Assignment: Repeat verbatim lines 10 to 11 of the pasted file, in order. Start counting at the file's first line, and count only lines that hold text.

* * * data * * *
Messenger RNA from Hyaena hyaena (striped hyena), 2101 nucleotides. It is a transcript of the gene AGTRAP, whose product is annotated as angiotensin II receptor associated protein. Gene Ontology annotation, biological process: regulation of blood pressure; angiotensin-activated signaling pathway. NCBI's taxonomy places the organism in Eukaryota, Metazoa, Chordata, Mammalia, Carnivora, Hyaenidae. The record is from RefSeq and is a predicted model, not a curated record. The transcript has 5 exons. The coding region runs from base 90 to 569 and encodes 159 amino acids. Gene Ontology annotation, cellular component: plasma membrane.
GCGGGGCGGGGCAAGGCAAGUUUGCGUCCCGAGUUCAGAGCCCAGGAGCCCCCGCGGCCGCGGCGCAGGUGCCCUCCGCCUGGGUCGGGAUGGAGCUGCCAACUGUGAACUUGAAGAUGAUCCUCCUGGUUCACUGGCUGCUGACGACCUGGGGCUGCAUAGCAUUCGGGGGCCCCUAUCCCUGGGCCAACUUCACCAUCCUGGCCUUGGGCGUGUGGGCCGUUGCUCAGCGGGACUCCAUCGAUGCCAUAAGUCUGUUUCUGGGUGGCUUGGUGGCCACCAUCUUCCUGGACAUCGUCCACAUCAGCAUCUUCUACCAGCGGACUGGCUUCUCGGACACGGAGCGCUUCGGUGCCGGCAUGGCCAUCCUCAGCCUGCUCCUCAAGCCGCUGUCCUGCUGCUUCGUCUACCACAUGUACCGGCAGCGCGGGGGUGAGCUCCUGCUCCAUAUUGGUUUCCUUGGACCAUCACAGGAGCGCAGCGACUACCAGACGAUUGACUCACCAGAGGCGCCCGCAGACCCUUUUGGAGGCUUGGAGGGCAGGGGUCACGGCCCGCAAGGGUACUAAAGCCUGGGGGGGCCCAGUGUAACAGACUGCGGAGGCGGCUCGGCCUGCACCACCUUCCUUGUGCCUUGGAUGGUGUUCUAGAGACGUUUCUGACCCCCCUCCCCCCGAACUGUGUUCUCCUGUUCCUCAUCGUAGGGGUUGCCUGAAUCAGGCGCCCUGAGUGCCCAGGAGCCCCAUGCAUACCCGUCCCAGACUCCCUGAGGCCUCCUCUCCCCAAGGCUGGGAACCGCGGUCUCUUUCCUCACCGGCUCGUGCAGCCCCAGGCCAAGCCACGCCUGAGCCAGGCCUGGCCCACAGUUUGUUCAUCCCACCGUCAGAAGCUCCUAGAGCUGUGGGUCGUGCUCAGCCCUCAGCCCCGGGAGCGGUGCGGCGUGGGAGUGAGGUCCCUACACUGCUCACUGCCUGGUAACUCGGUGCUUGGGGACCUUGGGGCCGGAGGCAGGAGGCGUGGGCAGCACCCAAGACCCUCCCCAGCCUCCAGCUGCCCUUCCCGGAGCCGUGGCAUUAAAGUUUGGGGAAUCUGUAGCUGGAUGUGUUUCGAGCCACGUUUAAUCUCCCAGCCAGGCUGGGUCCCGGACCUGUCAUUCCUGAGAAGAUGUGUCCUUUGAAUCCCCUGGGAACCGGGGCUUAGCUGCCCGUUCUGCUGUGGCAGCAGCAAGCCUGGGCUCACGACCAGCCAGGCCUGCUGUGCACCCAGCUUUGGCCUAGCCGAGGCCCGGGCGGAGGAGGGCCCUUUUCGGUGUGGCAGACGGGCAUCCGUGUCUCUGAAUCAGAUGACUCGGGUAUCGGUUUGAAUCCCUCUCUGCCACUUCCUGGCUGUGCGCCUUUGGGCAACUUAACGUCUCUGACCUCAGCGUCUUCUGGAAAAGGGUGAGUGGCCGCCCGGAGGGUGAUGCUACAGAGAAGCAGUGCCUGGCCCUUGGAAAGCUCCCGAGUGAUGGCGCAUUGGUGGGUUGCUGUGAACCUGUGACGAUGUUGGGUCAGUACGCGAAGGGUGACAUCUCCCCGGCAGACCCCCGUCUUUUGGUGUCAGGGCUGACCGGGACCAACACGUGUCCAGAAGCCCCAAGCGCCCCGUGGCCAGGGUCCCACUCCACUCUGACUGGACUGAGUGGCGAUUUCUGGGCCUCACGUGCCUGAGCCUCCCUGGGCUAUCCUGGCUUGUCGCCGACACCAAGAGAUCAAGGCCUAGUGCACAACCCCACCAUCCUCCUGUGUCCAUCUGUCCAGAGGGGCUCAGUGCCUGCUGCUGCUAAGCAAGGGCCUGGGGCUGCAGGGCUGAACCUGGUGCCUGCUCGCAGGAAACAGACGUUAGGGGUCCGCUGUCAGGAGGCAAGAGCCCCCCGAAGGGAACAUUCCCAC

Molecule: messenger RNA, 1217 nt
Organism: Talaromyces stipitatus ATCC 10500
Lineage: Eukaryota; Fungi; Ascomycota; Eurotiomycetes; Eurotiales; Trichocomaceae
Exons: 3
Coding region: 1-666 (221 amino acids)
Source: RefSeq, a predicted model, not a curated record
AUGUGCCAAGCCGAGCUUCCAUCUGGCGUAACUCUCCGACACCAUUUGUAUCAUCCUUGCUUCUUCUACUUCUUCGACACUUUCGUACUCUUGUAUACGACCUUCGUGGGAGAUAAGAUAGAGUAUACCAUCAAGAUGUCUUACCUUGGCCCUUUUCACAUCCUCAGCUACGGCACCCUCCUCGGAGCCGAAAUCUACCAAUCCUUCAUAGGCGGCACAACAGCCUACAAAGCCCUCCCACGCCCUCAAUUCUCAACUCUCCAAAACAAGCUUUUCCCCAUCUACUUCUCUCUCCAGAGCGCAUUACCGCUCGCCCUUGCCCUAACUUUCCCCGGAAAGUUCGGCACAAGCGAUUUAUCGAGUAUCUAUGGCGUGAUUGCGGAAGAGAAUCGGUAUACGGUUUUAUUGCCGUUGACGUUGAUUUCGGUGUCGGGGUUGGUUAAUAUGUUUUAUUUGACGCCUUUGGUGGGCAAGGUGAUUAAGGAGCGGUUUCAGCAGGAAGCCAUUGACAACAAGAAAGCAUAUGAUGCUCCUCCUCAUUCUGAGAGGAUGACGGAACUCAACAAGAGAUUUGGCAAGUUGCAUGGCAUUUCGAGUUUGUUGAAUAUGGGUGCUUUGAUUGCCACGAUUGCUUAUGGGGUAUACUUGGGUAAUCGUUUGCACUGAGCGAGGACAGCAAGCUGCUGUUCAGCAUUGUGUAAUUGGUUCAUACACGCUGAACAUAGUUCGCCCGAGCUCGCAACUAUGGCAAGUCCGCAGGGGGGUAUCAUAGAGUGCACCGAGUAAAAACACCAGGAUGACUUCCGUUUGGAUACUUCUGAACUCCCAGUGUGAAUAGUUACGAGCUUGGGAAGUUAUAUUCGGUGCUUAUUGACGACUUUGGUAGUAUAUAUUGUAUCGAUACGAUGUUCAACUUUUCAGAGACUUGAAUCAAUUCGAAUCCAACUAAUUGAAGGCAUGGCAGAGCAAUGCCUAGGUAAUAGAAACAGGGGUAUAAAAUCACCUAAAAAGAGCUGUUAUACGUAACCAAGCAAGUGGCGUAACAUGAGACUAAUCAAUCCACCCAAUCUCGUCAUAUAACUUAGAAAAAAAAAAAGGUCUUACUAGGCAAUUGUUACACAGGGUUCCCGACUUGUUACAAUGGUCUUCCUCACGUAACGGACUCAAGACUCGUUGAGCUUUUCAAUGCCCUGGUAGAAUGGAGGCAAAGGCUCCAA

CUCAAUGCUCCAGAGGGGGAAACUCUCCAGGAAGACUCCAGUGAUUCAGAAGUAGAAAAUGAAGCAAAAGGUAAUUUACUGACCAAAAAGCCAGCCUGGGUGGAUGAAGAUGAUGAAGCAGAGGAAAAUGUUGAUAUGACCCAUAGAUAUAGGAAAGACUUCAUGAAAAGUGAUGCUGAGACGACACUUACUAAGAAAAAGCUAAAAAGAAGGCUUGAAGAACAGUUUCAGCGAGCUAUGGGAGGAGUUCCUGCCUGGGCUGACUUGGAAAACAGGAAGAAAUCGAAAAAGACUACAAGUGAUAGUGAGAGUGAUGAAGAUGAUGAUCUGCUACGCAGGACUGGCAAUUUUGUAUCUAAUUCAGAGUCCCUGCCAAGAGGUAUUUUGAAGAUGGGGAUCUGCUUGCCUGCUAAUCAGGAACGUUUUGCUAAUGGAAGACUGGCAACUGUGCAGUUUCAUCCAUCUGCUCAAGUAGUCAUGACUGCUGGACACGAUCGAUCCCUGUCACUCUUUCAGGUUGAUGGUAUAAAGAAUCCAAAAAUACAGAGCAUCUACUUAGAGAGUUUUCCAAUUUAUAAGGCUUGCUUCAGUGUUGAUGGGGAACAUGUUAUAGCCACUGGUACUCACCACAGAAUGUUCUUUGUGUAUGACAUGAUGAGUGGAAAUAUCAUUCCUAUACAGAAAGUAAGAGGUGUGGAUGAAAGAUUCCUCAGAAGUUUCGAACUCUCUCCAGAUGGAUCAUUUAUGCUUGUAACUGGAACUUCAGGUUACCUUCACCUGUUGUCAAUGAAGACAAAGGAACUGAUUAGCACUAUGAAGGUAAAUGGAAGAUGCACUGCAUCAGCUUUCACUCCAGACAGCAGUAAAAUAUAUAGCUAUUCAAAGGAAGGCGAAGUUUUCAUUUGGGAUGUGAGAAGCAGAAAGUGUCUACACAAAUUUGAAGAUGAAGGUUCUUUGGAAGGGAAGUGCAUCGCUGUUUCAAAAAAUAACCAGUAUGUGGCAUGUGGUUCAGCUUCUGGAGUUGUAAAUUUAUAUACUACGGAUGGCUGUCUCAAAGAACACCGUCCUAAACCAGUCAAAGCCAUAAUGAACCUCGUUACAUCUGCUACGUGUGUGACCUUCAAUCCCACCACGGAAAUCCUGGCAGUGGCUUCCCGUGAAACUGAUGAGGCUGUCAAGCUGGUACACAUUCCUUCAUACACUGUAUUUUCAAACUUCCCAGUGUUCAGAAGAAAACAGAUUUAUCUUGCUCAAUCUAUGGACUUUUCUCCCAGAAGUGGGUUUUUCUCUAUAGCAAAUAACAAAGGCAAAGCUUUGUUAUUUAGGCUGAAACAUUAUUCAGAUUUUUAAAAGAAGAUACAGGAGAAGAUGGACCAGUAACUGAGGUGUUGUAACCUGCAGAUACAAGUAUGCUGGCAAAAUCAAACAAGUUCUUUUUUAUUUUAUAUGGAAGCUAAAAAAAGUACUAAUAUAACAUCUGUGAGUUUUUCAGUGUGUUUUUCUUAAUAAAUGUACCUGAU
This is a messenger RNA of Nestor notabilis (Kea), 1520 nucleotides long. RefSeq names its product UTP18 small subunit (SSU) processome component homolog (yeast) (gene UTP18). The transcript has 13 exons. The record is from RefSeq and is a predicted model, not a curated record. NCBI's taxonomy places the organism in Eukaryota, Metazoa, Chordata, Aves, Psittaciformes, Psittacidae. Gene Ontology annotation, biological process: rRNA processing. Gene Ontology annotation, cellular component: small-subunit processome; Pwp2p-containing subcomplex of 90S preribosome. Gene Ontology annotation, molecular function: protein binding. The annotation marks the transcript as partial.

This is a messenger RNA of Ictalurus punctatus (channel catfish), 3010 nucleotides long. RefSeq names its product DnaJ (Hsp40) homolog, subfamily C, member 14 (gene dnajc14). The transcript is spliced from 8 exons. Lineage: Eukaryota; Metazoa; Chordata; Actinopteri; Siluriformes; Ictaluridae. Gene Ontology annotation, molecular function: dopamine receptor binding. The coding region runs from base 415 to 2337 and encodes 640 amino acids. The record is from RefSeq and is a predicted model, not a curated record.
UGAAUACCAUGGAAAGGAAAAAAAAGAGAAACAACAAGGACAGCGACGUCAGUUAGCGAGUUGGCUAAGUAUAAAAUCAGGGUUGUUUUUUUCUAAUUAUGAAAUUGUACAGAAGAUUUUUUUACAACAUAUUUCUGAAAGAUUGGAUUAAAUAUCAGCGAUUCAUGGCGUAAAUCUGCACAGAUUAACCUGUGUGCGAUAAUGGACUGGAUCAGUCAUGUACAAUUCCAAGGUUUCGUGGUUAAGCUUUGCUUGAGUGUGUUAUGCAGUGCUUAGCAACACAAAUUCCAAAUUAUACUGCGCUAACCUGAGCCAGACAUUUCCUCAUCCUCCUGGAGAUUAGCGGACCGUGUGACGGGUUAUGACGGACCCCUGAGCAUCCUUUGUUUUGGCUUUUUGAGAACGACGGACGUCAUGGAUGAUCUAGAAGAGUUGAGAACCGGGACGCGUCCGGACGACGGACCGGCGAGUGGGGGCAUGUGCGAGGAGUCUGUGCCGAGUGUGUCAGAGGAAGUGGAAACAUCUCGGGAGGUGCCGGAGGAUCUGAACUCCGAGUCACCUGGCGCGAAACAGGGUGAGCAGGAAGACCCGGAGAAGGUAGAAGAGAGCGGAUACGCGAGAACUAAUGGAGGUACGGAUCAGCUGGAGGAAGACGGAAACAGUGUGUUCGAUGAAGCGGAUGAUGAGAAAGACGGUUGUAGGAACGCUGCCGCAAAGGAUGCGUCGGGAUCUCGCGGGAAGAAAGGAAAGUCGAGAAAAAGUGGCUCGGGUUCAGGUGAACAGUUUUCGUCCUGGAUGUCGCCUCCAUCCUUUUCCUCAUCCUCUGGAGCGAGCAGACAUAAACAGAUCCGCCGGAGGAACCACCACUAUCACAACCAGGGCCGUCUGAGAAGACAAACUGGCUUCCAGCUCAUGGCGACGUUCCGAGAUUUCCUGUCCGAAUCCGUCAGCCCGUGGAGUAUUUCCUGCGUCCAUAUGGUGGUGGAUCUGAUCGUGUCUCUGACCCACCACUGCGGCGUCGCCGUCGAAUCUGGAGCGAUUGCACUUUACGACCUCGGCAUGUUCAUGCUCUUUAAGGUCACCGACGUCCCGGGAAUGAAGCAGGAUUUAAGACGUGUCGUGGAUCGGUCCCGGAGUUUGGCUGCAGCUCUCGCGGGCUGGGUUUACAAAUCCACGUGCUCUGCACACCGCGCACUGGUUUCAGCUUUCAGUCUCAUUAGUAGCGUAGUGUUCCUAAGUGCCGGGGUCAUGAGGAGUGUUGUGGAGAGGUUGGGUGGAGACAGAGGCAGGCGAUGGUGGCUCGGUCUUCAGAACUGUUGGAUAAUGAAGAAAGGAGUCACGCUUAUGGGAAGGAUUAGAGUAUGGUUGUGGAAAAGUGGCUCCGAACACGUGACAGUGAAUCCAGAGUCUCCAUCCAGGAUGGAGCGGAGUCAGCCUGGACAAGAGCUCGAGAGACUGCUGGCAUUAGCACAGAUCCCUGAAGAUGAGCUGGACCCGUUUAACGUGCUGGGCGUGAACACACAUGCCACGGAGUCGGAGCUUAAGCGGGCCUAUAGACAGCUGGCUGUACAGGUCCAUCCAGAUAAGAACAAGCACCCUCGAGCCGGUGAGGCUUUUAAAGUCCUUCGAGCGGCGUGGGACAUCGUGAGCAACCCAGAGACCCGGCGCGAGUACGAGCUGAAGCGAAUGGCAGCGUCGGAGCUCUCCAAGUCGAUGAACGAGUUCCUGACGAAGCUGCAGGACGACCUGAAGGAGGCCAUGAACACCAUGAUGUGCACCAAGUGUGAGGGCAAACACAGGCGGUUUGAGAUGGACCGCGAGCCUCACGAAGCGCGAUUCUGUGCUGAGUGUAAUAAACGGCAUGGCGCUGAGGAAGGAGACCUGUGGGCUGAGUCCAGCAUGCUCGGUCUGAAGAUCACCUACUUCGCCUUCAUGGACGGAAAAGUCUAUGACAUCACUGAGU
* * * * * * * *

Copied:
CUCAAUGCUCCAGAGGGGGAAACUCUCCAGGAAGACUCCAGUGAUUCAGAAGUAGAAAAUGAAGCAAAAGGUAAUUUACUGACCAAAAAGCCAGCCUGGGUGGAUGAAGAUGAUGAAGCAGAGGAAAAUGUUGAUAUGACCCAUAGAUAUAGGAAAGACUUCAUGAAAAGUGAUGCUGAGACGACACUUACUAAGAAAAAGCUAAAAAGAAGGCUUGAAGAACAGUUUCAGCGAGCUAUGGGAGGAGUUCCUGCCUGGGCUGACUUGGAAAACAGGAAGAAAUCGAAAAAGACUACAAGUGAUAGUGAGAGUGAUGAAGAUGAUGAUCUGCUACGCAGGACUGGCAAUUUUGUAUCUAAUUCAGAGUCCCUGCCAAGAGGUAUUUUGAAGAUGGGGAUCUGCUUGCCUGCUAAUCAGGAACGUUUUGCUAAUGGAAGACUGGCAACUGUGCAGUUUCAUCCAUCUGCUCAAGUAGUCAUGACUGCUGGACACGAUCGAUCCCUGUCACUCUUUCAGGUUGAUGGUAUAAAGAAUCCAAAAAUACAGAGCAUCUACUUAGAGAGUUUUCCAAUUUAUAAGGCUUGCUUCAGUGUUGAUGGGGAACAUGUUAUAGCCACUGGUACUCACCACAGAAUGUUCUUUGUGUAUGACAUGAUGAGUGGAAAUAUCAUUCCUAUACAGAAAGUAAGAGGUGUGGAUGAAAGAUUCCUCAGAAGUUUCGAACUCUCUCCAGAUGGAUCAUUUAUGCUUGUAACUGGAACUUCAGGUUACCUUCACCUGUUGUCAAUGAAGACAAAGGAACUGAUUAGCACUAUGAAGGUAAAUGGAAGAUGCACUGCAUCAGCUUUCACUCCAGACAGCAGUAAAAUAUAUAGCUAUUCAAAGGAAGGCGAAGUUUUCAUUUGGGAUGUGAGAAGCAGAAAGUGUCUACACAAAUUUGAAGAUGAAGGUUCUUUGGAAGGGAAGUGCAUCGCUGUUUCAAAAAAUAACCAGUAUGUGGCAUGUGGUUCAGCUUCUGGAGUUGUAAAUUUAUAUACUACGGAUGGCUGUCUCAAAGAACACCGUCCUAAACCAGUCAAAGCCAUAAUGAACCUCGUUACAUCUGCUACGUGUGUGACCUUCAAUCCCACCACGGAAAUCCUGGCAGUGGCUUCCCGUGAAACUGAUGAGGCUGUCAAGCUGGUACACAUUCCUUCAUACACUGUAUUUUCAAACUUCCCAGUGUUCAGAAGAAAACAGAUUUAUCUUGCUCAAUCUAUGGACUUUUCUCCCAGAAGUGGGUUUUUCUCUAUAGCAAAUAACAAAGGCAAAGCUUUGUUAUUUAGGCUGAAACAUUAUUCAGAUUUUUAAAAGAAGAUACAGGAGAAGAUGGACCAGUAACUGAGGUGUUGUAACCUGCAGAUACAAGUAUGCUGGCAAAAUCAAACAAGUUCUUUUUUAUUUUAUAUGGAAGCUAAAAAAAGUACUAAUAUAACAUCUGUGAGUUUUUCAGUGUGUUUUUCUUAAUAAAUGUACCUGAU
This is a messenger RNA of Nestor notabilis (Kea), 1520 nucleotides long. RefSeq names its product UTP18 small subunit (SSU) processome component homolog (yeast) (gene UTP18). The transcript has 13 exons. The record is from RefSeq and is a predicted model, not a curated record. NCBI's taxonomy places the organism in Eukaryota, Metazoa, Chordata, Aves, Psittaciformes, Psittacidae. Gene Ontology annotation, biological process: rRNA processing. Gene Ontology annotation, cellular component: small-subunit processome; Pwp2p-containing subcomplex of 90S preribosome. Gene Ontology annotation, molecular function: protein binding. The annotation marks the transcript as partial.